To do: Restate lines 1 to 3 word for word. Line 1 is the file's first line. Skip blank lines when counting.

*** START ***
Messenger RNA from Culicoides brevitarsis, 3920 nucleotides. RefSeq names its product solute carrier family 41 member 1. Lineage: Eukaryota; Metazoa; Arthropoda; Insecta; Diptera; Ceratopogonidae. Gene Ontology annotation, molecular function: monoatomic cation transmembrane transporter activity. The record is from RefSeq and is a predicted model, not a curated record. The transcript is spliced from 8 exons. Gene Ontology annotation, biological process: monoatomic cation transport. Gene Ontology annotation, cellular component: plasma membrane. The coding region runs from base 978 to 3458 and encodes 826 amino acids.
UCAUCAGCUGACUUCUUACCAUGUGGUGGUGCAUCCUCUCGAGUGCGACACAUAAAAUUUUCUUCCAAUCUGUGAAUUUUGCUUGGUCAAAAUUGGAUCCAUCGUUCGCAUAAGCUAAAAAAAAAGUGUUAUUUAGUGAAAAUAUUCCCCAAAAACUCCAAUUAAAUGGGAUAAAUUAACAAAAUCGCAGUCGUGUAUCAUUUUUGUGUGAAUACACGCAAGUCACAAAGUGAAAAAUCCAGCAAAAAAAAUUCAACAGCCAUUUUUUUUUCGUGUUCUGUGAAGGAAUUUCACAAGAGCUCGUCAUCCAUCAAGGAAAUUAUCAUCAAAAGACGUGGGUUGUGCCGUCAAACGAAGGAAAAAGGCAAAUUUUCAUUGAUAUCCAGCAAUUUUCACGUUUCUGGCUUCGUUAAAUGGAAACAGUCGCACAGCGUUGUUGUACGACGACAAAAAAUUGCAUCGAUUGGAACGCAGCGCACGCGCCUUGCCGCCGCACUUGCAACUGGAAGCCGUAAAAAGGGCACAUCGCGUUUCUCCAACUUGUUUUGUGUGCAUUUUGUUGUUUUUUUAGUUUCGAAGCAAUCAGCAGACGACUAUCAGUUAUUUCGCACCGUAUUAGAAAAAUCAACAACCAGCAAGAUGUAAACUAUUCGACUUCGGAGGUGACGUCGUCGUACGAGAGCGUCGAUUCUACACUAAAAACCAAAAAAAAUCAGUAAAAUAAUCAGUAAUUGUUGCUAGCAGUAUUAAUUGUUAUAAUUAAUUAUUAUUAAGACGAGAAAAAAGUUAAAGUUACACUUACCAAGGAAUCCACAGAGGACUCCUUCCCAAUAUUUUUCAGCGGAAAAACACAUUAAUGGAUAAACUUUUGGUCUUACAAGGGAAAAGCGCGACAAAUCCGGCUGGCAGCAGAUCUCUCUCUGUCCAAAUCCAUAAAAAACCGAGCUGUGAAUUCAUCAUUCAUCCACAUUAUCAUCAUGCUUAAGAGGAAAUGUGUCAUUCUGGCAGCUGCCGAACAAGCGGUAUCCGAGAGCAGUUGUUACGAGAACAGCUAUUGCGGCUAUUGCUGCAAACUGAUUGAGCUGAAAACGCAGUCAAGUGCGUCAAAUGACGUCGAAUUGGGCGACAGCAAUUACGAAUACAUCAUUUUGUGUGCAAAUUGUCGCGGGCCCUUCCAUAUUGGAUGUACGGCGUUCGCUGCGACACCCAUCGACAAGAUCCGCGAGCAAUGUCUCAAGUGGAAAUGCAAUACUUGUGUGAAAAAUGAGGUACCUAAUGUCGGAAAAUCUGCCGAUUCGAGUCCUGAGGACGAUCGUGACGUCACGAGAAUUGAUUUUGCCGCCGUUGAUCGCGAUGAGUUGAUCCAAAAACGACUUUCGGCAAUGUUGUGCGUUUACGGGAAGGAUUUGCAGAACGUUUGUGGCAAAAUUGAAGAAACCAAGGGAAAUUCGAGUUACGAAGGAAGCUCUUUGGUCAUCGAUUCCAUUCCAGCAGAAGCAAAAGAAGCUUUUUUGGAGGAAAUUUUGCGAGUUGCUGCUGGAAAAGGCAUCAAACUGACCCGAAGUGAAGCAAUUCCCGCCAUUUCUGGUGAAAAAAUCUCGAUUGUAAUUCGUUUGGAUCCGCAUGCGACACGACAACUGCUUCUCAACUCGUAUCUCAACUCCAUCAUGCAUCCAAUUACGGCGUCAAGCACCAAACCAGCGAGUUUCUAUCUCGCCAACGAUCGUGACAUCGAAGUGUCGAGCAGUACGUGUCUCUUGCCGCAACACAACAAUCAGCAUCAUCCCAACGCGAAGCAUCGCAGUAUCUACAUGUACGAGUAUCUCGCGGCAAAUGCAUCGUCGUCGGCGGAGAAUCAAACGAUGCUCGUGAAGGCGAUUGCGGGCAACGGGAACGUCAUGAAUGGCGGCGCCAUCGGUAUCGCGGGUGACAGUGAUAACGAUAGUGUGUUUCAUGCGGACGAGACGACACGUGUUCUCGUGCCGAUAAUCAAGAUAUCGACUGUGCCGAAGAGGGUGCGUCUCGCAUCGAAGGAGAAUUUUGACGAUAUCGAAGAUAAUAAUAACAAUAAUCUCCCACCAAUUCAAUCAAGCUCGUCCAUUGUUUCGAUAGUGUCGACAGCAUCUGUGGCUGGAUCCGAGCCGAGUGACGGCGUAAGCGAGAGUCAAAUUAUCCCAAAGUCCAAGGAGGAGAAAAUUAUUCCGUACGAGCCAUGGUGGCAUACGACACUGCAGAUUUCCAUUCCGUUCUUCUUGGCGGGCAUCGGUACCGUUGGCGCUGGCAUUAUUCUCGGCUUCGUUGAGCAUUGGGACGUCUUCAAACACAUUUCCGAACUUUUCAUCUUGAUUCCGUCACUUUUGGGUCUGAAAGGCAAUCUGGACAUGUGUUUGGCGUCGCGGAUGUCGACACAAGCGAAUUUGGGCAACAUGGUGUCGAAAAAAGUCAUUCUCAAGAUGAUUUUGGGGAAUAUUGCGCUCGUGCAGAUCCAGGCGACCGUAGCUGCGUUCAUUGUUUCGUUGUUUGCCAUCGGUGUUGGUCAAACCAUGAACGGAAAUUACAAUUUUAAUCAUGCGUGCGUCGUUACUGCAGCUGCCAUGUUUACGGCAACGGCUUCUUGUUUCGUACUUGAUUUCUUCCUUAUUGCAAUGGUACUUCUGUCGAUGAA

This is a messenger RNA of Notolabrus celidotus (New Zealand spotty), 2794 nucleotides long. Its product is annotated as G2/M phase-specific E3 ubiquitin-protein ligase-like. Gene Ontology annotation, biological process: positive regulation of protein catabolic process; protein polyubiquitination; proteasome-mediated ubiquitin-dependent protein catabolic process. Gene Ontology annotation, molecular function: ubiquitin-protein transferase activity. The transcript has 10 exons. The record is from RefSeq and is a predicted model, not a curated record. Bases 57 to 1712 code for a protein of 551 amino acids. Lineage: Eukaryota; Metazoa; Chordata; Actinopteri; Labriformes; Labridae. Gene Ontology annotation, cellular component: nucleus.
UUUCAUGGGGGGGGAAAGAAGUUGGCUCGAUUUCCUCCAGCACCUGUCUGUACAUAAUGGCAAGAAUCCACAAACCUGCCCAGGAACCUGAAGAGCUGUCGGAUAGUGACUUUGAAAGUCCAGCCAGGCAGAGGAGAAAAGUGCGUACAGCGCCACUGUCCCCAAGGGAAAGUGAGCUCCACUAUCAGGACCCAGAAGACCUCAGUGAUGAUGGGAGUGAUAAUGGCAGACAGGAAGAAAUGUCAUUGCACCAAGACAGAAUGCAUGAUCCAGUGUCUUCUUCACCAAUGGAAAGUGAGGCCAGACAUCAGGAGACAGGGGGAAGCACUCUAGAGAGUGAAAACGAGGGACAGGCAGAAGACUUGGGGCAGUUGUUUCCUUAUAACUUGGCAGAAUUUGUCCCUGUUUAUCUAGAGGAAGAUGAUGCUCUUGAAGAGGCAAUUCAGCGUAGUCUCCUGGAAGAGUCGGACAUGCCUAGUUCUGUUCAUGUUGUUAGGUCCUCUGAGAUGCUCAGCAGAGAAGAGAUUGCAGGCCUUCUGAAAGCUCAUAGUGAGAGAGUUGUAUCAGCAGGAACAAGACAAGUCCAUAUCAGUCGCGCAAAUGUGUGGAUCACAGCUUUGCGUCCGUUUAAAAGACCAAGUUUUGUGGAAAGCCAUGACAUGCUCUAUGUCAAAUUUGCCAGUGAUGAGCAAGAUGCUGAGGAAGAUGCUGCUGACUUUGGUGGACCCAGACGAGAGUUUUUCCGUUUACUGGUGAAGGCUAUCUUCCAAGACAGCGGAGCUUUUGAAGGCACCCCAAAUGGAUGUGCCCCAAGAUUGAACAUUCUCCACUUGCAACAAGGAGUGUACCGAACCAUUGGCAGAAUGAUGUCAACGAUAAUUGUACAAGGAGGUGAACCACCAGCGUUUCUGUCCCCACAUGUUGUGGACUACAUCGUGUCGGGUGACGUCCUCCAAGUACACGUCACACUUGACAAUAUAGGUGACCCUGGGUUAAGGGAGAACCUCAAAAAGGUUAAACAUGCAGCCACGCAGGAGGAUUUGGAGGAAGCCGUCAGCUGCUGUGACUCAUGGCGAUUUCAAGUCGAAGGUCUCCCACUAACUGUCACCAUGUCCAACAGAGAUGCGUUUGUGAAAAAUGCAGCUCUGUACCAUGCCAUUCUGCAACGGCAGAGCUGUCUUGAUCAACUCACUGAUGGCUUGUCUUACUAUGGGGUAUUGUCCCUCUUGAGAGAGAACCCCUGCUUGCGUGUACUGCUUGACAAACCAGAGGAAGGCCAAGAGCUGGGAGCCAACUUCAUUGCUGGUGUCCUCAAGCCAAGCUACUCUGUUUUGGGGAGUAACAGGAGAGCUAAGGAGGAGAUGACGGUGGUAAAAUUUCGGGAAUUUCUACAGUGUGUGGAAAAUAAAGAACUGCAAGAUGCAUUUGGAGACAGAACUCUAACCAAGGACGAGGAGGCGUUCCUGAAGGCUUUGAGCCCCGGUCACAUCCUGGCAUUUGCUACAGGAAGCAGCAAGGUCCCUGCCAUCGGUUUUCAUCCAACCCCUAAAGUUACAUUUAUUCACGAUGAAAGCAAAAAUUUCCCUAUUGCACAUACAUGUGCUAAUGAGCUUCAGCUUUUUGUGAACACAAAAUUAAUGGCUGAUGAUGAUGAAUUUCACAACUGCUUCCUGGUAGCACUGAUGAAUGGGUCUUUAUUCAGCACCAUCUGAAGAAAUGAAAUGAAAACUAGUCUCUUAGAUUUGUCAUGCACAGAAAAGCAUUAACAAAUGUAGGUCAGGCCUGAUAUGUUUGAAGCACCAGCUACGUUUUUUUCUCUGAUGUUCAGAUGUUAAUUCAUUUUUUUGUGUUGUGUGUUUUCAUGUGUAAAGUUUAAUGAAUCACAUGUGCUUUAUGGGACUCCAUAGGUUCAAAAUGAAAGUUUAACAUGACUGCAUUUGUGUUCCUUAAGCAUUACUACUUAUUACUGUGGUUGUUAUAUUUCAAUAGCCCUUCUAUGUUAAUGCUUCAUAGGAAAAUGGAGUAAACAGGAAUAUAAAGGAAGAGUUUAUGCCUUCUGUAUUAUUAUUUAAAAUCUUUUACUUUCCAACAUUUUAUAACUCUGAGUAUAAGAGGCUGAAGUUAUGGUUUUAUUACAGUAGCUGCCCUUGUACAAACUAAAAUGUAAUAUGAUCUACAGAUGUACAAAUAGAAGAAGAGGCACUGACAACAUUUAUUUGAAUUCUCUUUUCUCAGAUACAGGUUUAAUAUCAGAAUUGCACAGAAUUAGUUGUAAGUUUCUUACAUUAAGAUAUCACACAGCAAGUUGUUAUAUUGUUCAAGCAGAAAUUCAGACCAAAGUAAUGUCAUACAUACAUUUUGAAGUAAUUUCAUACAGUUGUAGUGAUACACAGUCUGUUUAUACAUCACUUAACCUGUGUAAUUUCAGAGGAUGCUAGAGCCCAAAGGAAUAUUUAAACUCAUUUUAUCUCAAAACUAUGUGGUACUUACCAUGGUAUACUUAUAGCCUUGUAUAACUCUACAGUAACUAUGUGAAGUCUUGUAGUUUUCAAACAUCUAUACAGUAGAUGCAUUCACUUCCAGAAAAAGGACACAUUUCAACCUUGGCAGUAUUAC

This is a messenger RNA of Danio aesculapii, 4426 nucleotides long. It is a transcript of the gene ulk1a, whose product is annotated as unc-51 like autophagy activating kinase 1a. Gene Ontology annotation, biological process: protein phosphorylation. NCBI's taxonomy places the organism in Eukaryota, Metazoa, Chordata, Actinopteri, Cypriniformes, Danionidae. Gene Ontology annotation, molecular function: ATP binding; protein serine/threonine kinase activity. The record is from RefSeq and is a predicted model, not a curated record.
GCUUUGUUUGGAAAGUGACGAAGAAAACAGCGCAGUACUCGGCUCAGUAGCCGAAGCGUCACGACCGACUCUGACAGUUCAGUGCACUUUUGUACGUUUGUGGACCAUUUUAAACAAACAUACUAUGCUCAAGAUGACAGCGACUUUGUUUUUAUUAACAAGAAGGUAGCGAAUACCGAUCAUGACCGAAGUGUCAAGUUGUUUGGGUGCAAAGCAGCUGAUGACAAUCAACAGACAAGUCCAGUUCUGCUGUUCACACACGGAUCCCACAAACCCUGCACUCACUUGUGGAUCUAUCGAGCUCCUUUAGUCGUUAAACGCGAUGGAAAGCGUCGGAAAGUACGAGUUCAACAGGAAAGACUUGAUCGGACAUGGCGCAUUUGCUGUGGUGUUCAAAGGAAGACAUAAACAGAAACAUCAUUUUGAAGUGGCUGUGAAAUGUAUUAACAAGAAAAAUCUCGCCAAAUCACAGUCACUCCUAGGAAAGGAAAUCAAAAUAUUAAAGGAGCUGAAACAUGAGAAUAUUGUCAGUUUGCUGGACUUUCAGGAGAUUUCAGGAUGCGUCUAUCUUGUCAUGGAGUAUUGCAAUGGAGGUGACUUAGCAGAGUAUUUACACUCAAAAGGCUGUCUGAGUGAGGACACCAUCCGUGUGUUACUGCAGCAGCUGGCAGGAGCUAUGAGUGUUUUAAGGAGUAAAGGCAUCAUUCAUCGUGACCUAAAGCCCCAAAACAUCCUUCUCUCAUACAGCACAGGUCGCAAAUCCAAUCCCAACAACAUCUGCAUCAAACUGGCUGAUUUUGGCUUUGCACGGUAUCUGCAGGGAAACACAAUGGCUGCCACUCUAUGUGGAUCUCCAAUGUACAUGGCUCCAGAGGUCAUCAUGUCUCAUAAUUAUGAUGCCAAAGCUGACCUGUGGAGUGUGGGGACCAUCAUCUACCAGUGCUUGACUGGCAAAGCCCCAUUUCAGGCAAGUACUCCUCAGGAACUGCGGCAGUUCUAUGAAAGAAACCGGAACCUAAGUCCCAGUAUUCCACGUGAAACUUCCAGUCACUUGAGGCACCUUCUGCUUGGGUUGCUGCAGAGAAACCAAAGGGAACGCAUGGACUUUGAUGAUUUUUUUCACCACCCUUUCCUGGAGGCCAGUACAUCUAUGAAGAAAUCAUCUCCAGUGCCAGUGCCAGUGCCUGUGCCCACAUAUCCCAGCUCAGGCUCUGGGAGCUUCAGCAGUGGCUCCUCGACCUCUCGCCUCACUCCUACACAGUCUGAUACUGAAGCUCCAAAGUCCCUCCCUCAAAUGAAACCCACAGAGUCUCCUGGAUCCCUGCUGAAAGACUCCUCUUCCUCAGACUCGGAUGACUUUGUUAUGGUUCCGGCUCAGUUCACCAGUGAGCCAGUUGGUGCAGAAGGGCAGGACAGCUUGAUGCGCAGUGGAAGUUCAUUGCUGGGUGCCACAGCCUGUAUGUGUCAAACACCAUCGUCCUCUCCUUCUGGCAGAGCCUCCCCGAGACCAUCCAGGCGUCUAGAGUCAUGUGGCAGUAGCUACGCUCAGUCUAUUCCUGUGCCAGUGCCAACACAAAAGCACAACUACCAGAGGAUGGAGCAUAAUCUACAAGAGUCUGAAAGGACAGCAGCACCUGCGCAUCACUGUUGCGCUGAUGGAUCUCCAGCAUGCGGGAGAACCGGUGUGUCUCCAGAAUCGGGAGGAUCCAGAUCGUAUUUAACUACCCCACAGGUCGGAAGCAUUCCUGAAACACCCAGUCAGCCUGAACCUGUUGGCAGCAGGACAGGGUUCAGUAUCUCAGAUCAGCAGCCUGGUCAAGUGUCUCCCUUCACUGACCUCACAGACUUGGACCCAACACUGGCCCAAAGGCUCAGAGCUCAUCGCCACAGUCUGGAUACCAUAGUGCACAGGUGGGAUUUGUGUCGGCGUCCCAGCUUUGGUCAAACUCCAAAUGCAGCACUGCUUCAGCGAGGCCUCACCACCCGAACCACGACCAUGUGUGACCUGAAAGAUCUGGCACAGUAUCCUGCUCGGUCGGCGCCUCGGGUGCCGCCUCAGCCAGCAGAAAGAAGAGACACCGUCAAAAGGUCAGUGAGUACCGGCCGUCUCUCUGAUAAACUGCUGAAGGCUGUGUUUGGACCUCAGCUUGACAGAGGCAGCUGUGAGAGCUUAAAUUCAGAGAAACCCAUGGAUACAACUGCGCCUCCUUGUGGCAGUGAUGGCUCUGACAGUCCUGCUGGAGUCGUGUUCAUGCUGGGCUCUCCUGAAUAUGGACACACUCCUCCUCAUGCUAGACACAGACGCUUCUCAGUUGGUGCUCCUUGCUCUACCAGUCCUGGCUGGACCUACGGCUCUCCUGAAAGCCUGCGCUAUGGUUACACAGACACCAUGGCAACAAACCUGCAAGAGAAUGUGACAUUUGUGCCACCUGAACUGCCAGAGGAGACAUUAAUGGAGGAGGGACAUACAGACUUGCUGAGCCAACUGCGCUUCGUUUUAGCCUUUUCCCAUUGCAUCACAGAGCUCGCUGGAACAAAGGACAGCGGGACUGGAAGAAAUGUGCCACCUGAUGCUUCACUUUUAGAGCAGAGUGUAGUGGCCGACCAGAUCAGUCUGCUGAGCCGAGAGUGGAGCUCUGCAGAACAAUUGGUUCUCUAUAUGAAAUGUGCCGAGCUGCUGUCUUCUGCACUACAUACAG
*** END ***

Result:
Messenger RNA from Culicoides brevitarsis, 3920 nucleotides. RefSeq names its product solute carrier family 41 member 1. Lineage: Eukaryota; Metazoa; Arthropoda; Insecta; Diptera; Ceratopogonidae. Gene Ontology annotation, molecular function: monoatomic cation transmembrane transporter activity. The record is from RefSeq and is a predicted model, not a curated record. The transcript is spliced from 8 exons. Gene Ontology annotation, biological process: monoatomic cation transport. Gene Ontology annotation, cellular component: plasma membrane. The coding region runs from base 978 to 3458 and encodes 826 amino acids.
UCAUCAGCUGACUUCUUACCAUGUGGUGGUGCAUCCUCUCGAGUGCGACACAUAAAAUUUUCUUCCAAUCUGUGAAUUUUGCUUGGUCAAAAUUGGAUCCAUCGUUCGCAUAAGCUAAAAAAAAAGUGUUAUUUAGUGAAAAUAUUCCCCAAAAACUCCAAUUAAAUGGGAUAAAUUAACAAAAUCGCAGUCGUGUAUCAUUUUUGUGUGAAUACACGCAAGUCACAAAGUGAAAAAUCCAGCAAAAAAAAUUCAACAGCCAUUUUUUUUUCGUGUUCUGUGAAGGAAUUUCACAAGAGCUCGUCAUCCAUCAAGGAAAUUAUCAUCAAAAGACGUGGGUUGUGCCGUCAAACGAAGGAAAAAGGCAAAUUUUCAUUGAUAUCCAGCAAUUUUCACGUUUCUGGCUUCGUUAAAUGGAAACAGUCGCACAGCGUUGUUGUACGACGACAAAAAAUUGCAUCGAUUGGAACGCAGCGCACGCGCCUUGCCGCCGCACUUGCAACUGGAAGCCGUAAAAAGGGCACAUCGCGUUUCUCCAACUUGUUUUGUGUGCAUUUUGUUGUUUUUUUAGUUUCGAAGCAAUCAGCAGACGACUAUCAGUUAUUUCGCACCGUAUUAGAAAAAUCAACAACCAGCAAGAUGUAAACUAUUCGACUUCGGAGGUGACGUCGUCGUACGAGAGCGUCGAUUCUACACUAAAAACCAAAAAAAAUCAGUAAAAUAAUCAGUAAUUGUUGCUAGCAGUAUUAAUUGUUAUAAUUAAUUAUUAUUAAGACGAGAAAAAAGUUAAAGUUACACUUACCAAGGAAUCCACAGAGGACUCCUUCCCAAUAUUUUUCAGCGGAAAAACACAUUAAUGGAUAAACUUUUGGUCUUACAAGGGAAAAGCGCGACAAAUCCGGCUGGCAGCAGAUCUCUCUCUGUCCAAAUCCAUAAAAAACCGAGCUGUGAAUUCAUCAUUCAUCCACAUUAUCAUCAUGCUUAAGAGGAAAUGUGUCAUUCUGGCAGCUGCCGAACAAGCGGUAUCCGAGAGCAGUUGUUACGAGAACAGCUAUUGCGGCUAUUGCUGCAAACUGAUUGAGCUGAAAACGCAGUCAAGUGCGUCAAAUGACGUCGAAUUGGGCGACAGCAAUUACGAAUACAUCAUUUUGUGUGCAAAUUGUCGCGGGCCCUUCCAUAUUGGAUGUACGGCGUUCGCUGCGACACCCAUCGACAAGAUCCGCGAGCAAUGUCUCAAGUGGAAAUGCAAUACUUGUGUGAAAAAUGAGGUACCUAAUGUCGGAAAAUCUGCCGAUUCGAGUCCUGAGGACGAUCGUGACGUCACGAGAAUUGAUUUUGCCGCCGUUGAUCGCGAUGAGUUGAUCCAAAAACGACUUUCGGCAAUGUUGUGCGUUUACGGGAAGGAUUUGCAGAACGUUUGUGGCAAAAUUGAAGAAACCAAGGGAAAUUCGAGUUACGAAGGAAGCUCUUUGGUCAUCGAUUCCAUUCCAGCAGAAGCAAAAGAAGCUUUUUUGGAGGAAAUUUUGCGAGUUGCUGCUGGAAAAGGCAUCAAACUGACCCGAAGUGAAGCAAUUCCCGCCAUUUCUGGUGAAAAAAUCUCGAUUGUAAUUCGUUUGGAUCCGCAUGCGACACGACAACUGCUUCUCAACUCGUAUCUCAACUCCAUCAUGCAUCCAAUUACGGCGUCAAGCACCAAACCAGCGAGUUUCUAUCUCGCCAACGAUCGUGACAUCGAAGUGUCGAGCAGUACGUGUCUCUUGCCGCAACACAACAAUCAGCAUCAUCCCAACGCGAAGCAUCGCAGUAUCUACAUGUACGAGUAUCUCGCGGCAAAUGCAUCGUCGUCGGCGGAGAAUCAAACGAUGCUCGUGAAGGCGAUUGCGGGCAACGGGAACGUCAUGAAUGGCGGCGCCAUCGGUAUCGCGGGUGACAGUGAUAACGAUAGUGUGUUUCAUGCGGACGAGACGACACGUGUUCUCGUGCCGAUAAUCAAGAUAUCGACUGUGCCGAAGAGGGUGCGUCUCGCAUCGAAGGAGAAUUUUGACGAUAUCGAAGAUAAUAAUAACAAUAAUCUCCCACCAAUUCAAUCAAGCUCGUCCAUUGUUUCGAUAGUGUCGACAGCAUCUGUGGCUGGAUCCGAGCCGAGUGACGGCGUAAGCGAGAGUCAAAUUAUCCCAAAGUCCAAGGAGGAGAAAAUUAUUCCGUACGAGCCAUGGUGGCAUACGACACUGCAGAUUUCCAUUCCGUUCUUCUUGGCGGGCAUCGGUACCGUUGGCGCUGGCAUUAUUCUCGGCUUCGUUGAGCAUUGGGACGUCUUCAAACACAUUUCCGAACUUUUCAUCUUGAUUCCGUCACUUUUGGGUCUGAAAGGCAAUCUGGACAUGUGUUUGGCGUCGCGGAUGUCGACACAAGCGAAUUUGGGCAACAUGGUGUCGAAAAAAGUCAUUCUCAAGAUGAUUUUGGGGAAUAUUGCGCUCGUGCAGAUCCAGGCGACCGUAGCUGCGUUCAUUGUUUCGUUGUUUGCCAUCGGUGUUGGUCAAACCAUGAACGGAAAUUACAAUUUUAAUCAUGCGUGCGUCGUUACUGCAGCUGCCAUGUUUACGGCAACGGCUUCUUGUUUCGUACUUGAUUUCUUCCUUAUUGCAAUGGUACUUCUGUCGAUGAA

This is a messenger RNA of Notolabrus celidotus (New Zealand spotty), 2794 nucleotides long. Its product is annotated as G2/M phase-specific E3 ubiquitin-protein ligase-like. Gene Ontology annotation, biological process: positive regulation of protein catabolic process; protein polyubiquitination; proteasome-mediated ubiquitin-dependent protein catabolic process. Gene Ontology annotation, molecular function: ubiquitin-protein transferase activity. The transcript has 10 exons. The record is from RefSeq and is a predicted model, not a curated record. Bases 57 to 1712 code for a protein of 551 amino acids. Lineage: Eukaryota; Metazoa; Chordata; Actinopteri; Labriformes; Labridae. Gene Ontology annotation, cellular component: nucleus.